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Biology   >   Human Immune System

Passive Barriers and Innate Immunity

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Human Immune System

In this lecture, Dr Matthew Ivory (Cardiff University) introduces the human immune system, and some of the tools the body has at its disposal to fight off infections. To begin, we: (i) discuss the passive barriers and innate immune system; before (ii) focusing on the adaptive immune system and how its response differs from the innate immune system; and then delving into T- and B-cells, specifically cytotoxic and helper T-cells, and antibodies and their associated B-cells; following onto (iv) antibodies more specifically and understanding how they have such specificity for an antigen and the different mechanisms they can use to fight pathogens; before finally (v) understanding how monoclonal antibodies have widespread use in medicine and in science, such as in diagnosis, cell signalling, radiolabelling, ELISA tests, and immunofluorescence.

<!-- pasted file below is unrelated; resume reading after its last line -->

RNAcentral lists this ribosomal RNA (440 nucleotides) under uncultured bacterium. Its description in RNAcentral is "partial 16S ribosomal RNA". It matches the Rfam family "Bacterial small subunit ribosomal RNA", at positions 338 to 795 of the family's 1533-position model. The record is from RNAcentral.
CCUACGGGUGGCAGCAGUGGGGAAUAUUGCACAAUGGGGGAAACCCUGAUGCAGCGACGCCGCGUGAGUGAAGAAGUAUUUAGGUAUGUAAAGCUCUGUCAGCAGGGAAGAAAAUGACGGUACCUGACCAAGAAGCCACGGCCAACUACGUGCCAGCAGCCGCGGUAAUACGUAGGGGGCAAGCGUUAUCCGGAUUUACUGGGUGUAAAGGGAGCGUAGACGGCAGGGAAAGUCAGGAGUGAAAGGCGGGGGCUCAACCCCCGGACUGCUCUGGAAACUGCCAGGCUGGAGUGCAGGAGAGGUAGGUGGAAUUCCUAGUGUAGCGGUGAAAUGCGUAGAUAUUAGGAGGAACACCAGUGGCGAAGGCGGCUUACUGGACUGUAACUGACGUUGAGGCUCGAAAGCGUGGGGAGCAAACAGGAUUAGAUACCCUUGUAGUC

Passive Barriers and Innate Immunity

In the first mini-lecture, we begin to look at how the body fights off disease by looking at the passive barriers that protect us. What do they look like? You may or not already be familiar with some of these barriers, such as the skin, but in addition to that we also discuss the barriers in the eyes, airways and gut that prevent infections from forming. We then introduce the innate immune system, define its main characteristics, distinguish it from the passive barriers that protect us, and then begin to describe some of its components.

Cite this Lecture

APA style

Ivory, M. (2022, August 30). Human Immune System - Passive Barriers and Innate Immunity [Video]. MASSOLIT.

MLA style

Ivory, M. "Human Immune System – Passive Barriers and Innate Immunity." MASSOLIT, uploaded by MASSOLIT, 30 Aug 2022,


Dr Matthew Ivory

Dr Matthew Ivory

Cardiff University